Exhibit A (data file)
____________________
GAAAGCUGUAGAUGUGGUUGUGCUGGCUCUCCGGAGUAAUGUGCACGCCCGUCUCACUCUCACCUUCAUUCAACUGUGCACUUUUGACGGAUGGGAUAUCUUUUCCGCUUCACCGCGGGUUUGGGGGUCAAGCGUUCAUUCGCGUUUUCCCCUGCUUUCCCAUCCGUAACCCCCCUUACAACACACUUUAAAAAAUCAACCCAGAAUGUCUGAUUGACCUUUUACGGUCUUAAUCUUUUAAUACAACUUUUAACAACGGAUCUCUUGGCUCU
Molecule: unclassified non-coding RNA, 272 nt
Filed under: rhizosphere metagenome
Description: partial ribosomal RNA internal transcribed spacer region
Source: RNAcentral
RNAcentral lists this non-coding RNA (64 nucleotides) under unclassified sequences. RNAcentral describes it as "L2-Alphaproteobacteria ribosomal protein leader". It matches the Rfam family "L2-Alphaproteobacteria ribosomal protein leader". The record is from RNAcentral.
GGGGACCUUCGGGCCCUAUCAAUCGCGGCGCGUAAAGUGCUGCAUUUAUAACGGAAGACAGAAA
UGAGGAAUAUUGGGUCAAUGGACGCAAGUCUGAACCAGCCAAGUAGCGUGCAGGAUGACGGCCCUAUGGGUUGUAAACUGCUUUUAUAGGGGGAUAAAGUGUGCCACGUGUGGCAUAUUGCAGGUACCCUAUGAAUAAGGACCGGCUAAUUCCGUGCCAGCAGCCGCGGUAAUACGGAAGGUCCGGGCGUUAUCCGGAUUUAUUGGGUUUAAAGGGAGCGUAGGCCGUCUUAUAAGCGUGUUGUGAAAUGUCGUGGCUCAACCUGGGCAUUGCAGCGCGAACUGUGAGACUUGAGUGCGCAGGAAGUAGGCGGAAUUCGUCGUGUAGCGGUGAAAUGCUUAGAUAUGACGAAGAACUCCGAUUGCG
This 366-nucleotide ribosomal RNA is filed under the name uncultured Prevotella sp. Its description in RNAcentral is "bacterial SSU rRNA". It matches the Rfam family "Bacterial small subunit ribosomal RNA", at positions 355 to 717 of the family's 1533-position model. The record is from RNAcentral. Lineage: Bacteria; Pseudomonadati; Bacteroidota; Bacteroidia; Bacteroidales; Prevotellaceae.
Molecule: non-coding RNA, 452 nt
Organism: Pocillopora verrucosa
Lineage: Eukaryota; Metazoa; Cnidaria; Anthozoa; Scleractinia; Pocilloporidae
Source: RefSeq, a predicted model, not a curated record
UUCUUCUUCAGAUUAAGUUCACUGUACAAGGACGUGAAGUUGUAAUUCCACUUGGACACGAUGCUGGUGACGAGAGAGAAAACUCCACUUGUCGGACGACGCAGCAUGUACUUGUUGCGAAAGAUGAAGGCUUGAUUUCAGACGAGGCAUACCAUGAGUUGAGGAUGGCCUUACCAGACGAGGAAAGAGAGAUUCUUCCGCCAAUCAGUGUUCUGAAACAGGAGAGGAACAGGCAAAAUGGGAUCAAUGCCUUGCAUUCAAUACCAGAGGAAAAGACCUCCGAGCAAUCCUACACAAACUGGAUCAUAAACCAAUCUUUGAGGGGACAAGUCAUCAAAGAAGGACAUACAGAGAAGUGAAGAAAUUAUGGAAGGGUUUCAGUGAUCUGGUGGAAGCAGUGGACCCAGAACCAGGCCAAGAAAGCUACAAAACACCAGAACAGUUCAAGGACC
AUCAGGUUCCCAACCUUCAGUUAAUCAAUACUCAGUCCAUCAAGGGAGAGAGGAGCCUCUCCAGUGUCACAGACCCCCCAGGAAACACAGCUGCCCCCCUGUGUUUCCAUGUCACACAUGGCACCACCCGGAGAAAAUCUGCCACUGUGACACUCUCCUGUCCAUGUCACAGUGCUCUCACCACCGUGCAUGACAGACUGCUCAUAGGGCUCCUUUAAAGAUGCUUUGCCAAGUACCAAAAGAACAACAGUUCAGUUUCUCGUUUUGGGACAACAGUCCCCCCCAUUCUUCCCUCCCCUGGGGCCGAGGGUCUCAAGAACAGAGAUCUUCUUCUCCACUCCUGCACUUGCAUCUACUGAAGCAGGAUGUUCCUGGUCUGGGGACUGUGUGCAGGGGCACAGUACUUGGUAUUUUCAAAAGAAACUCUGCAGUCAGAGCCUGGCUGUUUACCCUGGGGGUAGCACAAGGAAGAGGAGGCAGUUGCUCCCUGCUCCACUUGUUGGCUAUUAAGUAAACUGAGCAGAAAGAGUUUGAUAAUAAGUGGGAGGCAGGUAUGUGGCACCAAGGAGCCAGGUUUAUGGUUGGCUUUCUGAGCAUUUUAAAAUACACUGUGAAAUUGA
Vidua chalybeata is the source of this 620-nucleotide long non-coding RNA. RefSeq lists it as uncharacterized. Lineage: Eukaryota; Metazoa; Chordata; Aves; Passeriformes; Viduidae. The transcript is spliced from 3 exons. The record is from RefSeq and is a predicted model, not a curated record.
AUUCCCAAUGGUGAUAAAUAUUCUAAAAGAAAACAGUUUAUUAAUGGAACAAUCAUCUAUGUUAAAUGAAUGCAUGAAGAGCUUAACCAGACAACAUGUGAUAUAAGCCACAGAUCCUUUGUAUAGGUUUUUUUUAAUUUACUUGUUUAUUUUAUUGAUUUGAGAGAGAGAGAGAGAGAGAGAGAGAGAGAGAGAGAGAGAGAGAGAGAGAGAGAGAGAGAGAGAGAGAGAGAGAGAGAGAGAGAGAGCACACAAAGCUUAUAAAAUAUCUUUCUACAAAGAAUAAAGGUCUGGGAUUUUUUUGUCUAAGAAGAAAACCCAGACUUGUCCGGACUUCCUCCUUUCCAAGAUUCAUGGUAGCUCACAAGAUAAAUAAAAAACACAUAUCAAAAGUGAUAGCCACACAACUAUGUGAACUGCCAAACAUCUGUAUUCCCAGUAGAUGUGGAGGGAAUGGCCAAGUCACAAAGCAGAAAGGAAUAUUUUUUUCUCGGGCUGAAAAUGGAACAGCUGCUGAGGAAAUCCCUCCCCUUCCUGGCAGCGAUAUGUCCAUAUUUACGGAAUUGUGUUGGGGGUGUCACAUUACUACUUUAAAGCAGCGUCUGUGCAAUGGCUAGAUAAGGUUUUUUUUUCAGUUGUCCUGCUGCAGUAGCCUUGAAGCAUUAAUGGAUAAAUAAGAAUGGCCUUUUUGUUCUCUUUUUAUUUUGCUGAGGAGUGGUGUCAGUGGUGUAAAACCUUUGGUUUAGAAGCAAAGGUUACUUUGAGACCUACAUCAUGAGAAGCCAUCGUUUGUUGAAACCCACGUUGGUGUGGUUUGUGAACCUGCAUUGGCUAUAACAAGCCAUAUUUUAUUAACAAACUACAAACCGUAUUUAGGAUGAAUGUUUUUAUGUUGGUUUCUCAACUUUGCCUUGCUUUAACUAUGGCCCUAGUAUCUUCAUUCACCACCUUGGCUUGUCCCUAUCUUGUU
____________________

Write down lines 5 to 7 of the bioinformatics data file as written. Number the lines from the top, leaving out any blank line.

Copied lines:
Source: RNAcentral
RNAcentral lists this non-coding RNA (64 nucleotides) under unclassified sequences. RNAcentral describes it as "L2-Alphaproteobacteria ribosomal protein leader". It matches the Rfam family "L2-Alphaproteobacteria ribosomal protein leader". The record is from RNAcentral.
GGGGACCUUCGGGCCCUAUCAAUCGCGGCGCGUAAAGUGCUGCAUUUAUAACGGAAGACAGAAA